Article Overview: Wilderness Rock Climbing Controversy Explained
Rock climbing at wilderness areas in national parks, including the famous El Capitan climb and Long’s Peak in Rocky Mountain National Park, could face new regulations on fixed anchors, including a fixed anchor ban.
The sweeping proposed changes potentially impact all wilderness lands under the National Park Service (NPS) and the National Forest Service (NFS). The changes to the Wilderness Act would unhinge decades of precedent set by the many fixed routes that are engrained (albeit, by humans) into the most iconic climbs of public lands.
A comment period kicked off on November 17 so everyone can offer input before the final decision. But what does this mean? How strict are the changes? Are fixed anchors really a blemish in violation of the Wilderness Act of 1964?
We’ve also gathered the full documents for you to review and have contact information to make sure your voice is heard before the January 16, 2024 deadline. We’d love to hear your thoughts separately in the comments section below.
Fixed Anchors in Wilderness Changes Overview
At the heart of the fixed anchor ban controversy lies fixed anchors that assist climbers in navigating rock walls. While both NPS and the USFS agree that rock climbing is an appropriate use of the wilderness, the mechanisms that assist climbers are under scrutiny.
Under the new proposals, any parts of the fixed anchor would be illegal unless approved by individual parks or forest lands. Even with their small size compared to other “installations” like bridges and fire towers, they could still be considered as such. Every fixed anchor would be seen as a violation of the 1964 Wilderness Act without prior approval.
That definition includes “anything made by humans that is not intended for human occupation and is left unattended or left behind when the installer leaves the wilderness.”
It’s important to note that the new regulations would only impact Wilderness areas. However, that also includes 95% of Yosemite National Park and 94% of Rocky Mountain National Park.
The NPS Wilderness Rock Climbing Proposal
Director’s Order 41 (downloadable version below), also known as Wilderness Stewardship, outlines the National Park Service’s (NPS) guidelines for managing wilderness areas, including rock climbing activities.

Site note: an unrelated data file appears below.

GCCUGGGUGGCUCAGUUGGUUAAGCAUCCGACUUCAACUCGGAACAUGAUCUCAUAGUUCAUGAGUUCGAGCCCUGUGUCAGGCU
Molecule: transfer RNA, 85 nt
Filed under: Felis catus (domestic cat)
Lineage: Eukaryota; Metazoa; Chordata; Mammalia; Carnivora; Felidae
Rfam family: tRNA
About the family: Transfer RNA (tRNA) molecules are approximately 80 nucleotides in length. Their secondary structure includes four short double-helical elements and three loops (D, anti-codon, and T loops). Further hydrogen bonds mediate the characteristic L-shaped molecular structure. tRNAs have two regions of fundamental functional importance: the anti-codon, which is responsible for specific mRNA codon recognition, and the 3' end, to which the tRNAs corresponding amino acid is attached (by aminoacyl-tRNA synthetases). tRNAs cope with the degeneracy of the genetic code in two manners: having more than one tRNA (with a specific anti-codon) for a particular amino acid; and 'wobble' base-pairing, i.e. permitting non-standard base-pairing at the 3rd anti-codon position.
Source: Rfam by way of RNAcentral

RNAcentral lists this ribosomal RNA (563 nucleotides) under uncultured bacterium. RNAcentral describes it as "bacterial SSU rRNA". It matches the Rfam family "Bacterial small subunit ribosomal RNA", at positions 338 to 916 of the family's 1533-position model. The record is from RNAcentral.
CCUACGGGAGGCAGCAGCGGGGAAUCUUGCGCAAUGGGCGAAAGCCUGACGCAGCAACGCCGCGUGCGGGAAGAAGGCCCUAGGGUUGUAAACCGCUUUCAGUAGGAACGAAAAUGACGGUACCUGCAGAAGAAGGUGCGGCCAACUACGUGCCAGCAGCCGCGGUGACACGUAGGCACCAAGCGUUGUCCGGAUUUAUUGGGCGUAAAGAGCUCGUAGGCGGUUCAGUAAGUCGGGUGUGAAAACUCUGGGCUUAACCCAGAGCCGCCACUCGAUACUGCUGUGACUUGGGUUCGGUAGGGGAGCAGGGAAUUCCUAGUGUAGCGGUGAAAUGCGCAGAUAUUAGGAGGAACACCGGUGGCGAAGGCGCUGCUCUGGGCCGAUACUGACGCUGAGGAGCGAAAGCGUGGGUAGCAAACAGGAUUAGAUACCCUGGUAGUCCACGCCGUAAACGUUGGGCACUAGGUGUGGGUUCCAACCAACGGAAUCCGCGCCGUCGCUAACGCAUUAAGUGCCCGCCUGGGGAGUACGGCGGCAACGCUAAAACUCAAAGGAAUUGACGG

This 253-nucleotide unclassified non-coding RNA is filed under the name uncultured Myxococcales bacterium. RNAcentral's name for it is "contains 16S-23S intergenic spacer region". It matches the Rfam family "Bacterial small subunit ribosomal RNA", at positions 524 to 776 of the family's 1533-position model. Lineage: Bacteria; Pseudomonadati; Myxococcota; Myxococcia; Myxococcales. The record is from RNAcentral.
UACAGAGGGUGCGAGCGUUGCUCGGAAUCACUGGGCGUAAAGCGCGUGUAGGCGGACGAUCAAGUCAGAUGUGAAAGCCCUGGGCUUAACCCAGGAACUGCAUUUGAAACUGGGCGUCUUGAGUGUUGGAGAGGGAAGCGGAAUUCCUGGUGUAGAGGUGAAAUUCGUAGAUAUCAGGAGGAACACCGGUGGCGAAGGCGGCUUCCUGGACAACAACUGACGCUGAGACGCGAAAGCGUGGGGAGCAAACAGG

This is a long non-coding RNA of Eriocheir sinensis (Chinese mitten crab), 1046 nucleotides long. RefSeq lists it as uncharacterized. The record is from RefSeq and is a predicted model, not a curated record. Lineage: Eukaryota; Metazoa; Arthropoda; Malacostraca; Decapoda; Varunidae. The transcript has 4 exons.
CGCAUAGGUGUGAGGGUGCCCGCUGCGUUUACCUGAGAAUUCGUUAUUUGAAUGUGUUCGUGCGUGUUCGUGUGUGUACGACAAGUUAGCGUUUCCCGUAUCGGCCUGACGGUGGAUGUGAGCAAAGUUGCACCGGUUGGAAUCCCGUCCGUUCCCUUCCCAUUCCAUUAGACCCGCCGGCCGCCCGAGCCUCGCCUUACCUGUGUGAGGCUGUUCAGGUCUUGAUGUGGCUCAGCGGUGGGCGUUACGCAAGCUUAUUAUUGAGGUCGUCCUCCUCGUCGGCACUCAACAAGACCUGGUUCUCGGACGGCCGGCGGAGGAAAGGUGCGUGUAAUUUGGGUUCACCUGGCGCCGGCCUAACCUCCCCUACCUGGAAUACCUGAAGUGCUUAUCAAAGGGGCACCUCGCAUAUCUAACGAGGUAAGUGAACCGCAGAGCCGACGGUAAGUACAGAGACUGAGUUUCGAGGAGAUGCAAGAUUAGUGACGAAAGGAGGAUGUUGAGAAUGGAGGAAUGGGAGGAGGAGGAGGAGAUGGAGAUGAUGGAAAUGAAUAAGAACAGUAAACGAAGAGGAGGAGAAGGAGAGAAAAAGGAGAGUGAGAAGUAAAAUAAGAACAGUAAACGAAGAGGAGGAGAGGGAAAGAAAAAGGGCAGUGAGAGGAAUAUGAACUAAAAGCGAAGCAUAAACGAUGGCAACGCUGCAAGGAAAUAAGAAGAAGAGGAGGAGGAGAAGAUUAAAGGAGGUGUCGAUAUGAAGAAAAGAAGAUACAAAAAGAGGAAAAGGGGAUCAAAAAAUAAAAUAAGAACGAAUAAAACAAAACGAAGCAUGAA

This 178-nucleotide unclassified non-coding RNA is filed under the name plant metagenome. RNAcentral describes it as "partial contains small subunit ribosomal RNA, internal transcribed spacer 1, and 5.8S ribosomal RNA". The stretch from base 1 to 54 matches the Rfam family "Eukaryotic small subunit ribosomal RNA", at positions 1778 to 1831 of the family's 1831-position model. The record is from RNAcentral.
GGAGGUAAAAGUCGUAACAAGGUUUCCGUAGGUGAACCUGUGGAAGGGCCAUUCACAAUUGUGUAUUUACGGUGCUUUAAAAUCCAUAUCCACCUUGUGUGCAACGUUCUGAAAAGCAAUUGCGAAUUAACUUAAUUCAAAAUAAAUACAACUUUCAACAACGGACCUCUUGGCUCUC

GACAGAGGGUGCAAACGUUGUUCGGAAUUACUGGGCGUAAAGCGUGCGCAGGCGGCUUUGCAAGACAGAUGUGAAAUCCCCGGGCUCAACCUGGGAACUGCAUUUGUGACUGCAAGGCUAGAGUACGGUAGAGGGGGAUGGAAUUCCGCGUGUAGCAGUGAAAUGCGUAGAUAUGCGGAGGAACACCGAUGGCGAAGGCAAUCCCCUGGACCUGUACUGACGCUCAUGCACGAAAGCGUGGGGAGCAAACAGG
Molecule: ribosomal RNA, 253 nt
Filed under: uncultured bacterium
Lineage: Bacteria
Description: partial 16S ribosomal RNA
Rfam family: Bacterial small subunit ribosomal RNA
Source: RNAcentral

The NPS proposes a Minimum Requirements Analysis (MRA) to help determine the least restrictive means of managing rock climbing in wilderness areas. The MRA considers a variety of factors, including the impacts of fixed anchors on wilderness resources, the safety of climbers, and the experiences of other wilderness visitors.
One of the comments sparking the most outrage in the rock climbing community is that “Fixed anchors should be rare in the wilderness” while “‘Clean climbing’ techniques should be the norm in the wilderness.”
CLEAN CLIMBING: Clean climbing is a style of rock climbing that emphasizes the use of natural features, such as cracks and crevices, for protection instead of relying on fixed anchors. Clean climbers place protection sparingly and only when necessary for safety.
Possible Permits for Fixed Anchors
Another directive in the plan requires a permit for fixed anchors like many parks require for backcountry trips and camping.
“A permit is required to authorize the placement of permanent fixed anchors and/or fixed equipment for the
purpose of facilitating recreational climbing in park wilderness areas,” the document states.
What isn’t clear about that guidance is how a climber halfway up a mountain who suddenly needs a fixed anchor is supposed to get a permit while dangling hundreds of feet above the ground.
Rock Climbing Liability Concerns
The guidance even goes as far as to say that “fixed anchors may, for various reasons, pose a safety risk that the NPS cannot always mitigate.” Should a particular route be deemed too dangerous, removing fixed anchors would be an option.
While the goal is to reduce the risk, a cautionary note would be required that any fixed anchor was not installed by the NPS and isn’t guaranteed to be safe for use.